Galapagos Island Shark Population In Danger From Overfishing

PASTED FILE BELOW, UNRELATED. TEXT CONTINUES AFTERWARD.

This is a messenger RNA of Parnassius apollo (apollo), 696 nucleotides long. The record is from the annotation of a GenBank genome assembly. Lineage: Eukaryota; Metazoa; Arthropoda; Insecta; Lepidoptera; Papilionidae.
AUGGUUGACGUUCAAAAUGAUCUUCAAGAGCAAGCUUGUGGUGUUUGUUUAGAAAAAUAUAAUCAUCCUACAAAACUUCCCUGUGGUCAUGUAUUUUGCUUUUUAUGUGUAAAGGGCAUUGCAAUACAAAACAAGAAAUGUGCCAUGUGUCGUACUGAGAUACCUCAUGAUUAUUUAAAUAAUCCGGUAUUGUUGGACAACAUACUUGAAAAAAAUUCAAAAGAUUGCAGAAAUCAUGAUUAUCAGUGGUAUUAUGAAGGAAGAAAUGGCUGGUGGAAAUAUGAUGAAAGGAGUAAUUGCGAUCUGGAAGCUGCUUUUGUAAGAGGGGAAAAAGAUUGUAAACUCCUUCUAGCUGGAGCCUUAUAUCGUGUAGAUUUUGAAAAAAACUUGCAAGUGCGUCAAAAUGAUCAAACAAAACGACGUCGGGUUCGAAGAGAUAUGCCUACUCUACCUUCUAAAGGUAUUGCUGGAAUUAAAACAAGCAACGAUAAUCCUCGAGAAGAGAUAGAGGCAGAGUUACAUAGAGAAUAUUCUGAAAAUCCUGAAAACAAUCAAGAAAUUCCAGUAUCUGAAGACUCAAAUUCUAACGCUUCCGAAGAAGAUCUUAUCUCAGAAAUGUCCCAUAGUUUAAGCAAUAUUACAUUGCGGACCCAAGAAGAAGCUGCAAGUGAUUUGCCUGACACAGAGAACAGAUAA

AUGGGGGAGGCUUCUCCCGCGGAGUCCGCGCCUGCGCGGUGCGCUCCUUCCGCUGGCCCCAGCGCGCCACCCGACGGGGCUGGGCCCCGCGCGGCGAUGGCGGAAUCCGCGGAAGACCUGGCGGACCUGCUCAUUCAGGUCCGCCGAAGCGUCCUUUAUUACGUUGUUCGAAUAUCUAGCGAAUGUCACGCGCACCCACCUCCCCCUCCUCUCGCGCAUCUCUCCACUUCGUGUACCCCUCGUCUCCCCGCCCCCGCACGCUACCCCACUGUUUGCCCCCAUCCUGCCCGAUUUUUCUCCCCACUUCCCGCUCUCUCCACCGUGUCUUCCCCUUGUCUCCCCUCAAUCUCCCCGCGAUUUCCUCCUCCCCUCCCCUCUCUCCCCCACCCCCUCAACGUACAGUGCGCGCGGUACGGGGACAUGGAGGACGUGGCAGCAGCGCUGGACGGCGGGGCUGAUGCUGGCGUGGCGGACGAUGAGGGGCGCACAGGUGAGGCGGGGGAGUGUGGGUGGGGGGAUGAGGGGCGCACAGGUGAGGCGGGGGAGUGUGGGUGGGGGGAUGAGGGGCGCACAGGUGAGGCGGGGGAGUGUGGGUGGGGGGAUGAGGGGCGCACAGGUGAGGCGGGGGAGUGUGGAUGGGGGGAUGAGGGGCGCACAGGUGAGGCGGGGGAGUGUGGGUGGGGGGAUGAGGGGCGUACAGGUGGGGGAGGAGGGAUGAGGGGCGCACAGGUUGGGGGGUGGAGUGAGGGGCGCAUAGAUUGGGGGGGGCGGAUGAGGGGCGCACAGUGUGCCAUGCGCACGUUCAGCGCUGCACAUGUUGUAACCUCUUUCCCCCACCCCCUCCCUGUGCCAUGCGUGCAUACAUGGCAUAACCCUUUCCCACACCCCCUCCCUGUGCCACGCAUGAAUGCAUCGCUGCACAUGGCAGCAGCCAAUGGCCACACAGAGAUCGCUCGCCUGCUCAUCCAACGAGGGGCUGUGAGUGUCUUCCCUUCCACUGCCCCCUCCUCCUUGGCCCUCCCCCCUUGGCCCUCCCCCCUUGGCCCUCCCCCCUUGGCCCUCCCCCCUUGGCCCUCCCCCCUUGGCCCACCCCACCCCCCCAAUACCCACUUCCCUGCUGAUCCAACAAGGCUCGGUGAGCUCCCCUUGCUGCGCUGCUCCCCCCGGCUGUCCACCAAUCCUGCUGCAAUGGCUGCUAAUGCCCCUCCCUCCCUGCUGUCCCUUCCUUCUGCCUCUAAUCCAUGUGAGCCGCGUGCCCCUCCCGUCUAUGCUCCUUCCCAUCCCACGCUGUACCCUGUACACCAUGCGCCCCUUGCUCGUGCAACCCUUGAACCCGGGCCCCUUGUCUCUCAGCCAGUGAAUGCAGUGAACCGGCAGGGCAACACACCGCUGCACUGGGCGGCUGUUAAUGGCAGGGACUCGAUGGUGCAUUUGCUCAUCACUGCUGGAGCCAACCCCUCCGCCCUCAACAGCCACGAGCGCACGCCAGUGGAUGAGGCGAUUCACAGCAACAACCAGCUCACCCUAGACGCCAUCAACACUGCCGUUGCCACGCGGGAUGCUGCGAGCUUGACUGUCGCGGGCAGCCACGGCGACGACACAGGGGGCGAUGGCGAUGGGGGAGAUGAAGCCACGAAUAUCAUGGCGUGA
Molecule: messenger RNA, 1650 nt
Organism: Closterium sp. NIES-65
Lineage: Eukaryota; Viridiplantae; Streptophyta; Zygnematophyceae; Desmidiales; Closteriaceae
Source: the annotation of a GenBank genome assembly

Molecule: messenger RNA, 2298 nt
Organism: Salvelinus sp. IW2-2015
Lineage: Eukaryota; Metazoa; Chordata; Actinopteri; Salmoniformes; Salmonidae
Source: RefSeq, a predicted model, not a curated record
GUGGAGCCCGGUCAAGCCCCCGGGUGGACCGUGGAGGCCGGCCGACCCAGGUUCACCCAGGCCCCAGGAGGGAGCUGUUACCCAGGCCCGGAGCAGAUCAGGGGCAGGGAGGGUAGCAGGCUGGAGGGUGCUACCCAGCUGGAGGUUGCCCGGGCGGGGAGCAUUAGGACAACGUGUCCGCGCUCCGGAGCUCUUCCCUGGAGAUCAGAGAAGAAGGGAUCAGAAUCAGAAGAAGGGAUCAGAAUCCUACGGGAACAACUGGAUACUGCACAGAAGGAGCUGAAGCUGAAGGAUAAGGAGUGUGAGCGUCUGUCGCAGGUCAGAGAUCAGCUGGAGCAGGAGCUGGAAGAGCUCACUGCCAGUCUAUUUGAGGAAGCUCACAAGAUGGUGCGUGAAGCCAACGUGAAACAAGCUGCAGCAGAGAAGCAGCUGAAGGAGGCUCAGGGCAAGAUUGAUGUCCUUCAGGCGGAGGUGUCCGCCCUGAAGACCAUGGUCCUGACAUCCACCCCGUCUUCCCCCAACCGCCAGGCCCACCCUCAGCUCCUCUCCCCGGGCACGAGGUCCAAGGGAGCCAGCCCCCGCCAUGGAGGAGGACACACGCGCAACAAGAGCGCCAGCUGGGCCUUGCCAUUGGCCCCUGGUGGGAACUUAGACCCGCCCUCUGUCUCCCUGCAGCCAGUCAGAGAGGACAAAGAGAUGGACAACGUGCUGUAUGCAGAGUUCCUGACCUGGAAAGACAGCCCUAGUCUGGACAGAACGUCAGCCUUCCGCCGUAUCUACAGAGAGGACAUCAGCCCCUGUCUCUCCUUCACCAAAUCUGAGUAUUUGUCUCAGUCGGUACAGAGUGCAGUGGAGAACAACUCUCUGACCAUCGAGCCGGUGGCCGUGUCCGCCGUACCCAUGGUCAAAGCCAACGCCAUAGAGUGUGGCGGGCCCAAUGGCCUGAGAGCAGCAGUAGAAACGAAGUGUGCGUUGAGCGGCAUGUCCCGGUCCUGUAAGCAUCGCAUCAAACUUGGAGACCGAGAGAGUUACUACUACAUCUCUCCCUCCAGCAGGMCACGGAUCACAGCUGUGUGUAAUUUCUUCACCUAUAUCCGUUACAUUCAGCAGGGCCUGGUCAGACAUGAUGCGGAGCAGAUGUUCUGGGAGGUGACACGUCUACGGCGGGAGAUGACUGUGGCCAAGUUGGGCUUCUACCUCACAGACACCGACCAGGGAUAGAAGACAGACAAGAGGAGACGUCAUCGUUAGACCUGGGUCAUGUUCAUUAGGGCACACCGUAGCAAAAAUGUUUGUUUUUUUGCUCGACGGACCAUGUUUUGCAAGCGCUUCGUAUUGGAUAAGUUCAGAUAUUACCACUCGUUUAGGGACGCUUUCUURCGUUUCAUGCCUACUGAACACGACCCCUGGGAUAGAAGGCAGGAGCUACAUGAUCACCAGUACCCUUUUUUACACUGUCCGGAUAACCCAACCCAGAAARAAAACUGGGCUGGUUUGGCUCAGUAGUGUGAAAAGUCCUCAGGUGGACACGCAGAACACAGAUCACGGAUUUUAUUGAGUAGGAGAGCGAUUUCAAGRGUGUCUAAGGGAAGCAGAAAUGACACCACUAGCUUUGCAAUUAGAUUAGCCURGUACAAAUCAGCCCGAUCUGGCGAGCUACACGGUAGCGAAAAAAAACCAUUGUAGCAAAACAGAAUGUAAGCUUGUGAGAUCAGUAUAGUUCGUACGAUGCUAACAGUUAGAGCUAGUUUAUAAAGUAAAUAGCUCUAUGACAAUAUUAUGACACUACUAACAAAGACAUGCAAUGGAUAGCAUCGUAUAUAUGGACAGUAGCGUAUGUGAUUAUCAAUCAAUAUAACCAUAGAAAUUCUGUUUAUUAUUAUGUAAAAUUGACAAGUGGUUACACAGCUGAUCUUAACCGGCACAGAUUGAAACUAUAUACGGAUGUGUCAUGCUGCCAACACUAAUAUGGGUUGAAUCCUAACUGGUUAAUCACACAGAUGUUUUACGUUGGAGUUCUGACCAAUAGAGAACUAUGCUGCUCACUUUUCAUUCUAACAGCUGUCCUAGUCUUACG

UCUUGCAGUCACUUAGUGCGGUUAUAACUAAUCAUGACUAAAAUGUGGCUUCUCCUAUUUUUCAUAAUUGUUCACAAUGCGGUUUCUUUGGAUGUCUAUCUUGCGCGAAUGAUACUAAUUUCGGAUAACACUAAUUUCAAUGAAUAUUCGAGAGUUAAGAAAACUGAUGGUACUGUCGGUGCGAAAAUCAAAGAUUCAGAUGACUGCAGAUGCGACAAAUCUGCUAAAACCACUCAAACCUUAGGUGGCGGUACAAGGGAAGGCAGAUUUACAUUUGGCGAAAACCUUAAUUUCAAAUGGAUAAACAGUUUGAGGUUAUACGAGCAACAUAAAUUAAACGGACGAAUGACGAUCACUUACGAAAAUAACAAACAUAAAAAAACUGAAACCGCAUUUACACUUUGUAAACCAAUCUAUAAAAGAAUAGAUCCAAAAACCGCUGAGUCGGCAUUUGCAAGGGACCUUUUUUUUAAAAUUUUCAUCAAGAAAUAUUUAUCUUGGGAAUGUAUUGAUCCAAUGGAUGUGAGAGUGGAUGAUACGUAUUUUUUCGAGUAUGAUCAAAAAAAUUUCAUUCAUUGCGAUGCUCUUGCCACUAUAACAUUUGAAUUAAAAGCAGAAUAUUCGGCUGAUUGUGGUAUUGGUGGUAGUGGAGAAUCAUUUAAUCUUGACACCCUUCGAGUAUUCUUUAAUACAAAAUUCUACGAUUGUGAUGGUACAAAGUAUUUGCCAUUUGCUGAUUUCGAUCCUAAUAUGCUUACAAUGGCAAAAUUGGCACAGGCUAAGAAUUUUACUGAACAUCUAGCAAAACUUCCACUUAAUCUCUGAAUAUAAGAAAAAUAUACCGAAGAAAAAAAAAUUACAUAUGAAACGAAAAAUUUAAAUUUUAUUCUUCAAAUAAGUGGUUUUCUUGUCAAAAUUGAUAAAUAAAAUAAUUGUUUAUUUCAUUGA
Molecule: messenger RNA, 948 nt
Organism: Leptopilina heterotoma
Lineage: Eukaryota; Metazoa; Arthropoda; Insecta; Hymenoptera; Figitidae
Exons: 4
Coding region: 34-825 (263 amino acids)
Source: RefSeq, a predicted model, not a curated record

Sharks in the Galapagos Islands are being decimated by fleets of fishing vessels many of them Chinese and that's bringing these vital creatures to the brink of extinction. Turn is a professor of biology at the. San Francisco Kiko in Ecuador and he's advocating for an expansion of protected waters in the area to save the sharks and he joins us now professor her welcome to the program. Thank you. It's great to be here. I understand fleets of international ships many of them. Chinese. Come to these waters every year and they're they're now what brings them. Well the waters off Galapagos and just in this region of very, very productive Galapagos islands are in a big obstacle in the middle of the ocean. So there's a deep cold water current that's flowing from the West and when it hits, the abacus platform is diverted at the surface and that creates a lot of productivity. So we get very rich fishing grounds and also fantastic biodiversity. How many ships are there? How many sharks are there? And you know what is this situation? Exactly as it stands at the moment, will galapagos is home to about thirty odd species of sharks, and some of those are critically endangered such as the scalloped hammerhead shark, and some of those are also highly migratory, the scalloped hammerhead, the Silky Shark, the whale shark, they all leave the borders of the marine reserve, and then they're subject to different levels of threat. So these vessels come into these waters and while they're fishing for other species, they catch these sharks in their nets. Yes depending on the method of fishing the longliners perhaps the vessels that we would be concerned about these are extensively fishing for tuna, but they will also catch several endangered shark species. During their fishing. And we know that if they do catch these species than they will retain them and keep them on board. So. These vessels though we should be clear aren't doing anything illegal they are allowed to fish with fishing. So why exactly are shark populations still taking a hit right? These vessels operating in international waters and depending on the fleet, they'll be operating under a regional fisheries organisations. The problem is that the species that we're trying to protect in Galapagos don't understand any of that. They go whether they WANNA go. As the problem is that once they leave the protective waters of the marine reserve, they're immediately under threat. There are hammerhead foraging grounds out in international waters and numbers have declined. There was a study cocoa sign, which is our neighbor in Galapagos, and they found that hammerhead sharks have declined by about forty five percent since the creation of the marine reserve, which is not the result you would hope for. So what you're advocating for an expansion of Ecuador's marine reserves, right that would help protect these areas of marine diversity and also. The. Shark. Species. I'm advocating on several levels I think first of all, we need to expand our reserve and this is something that we can do as a nation within our jurisdiction but I think we also need to play a more prominent role in the development of the Biodiversity Beyond National Jurisdiction Agreement that is currently in the works, and this will allow for better protection for these species. Once they're in the high seas, it will even allow for the creation of open water or high seas, marine protected areas. So I think we to work on several levels. The international waters needs to be considered in a more conservation perspective than they have been until now. Alex. is a professor of biology at the. San Francisco, they keep in Ecuador Professor Arun. Thank you very much. Thank you.

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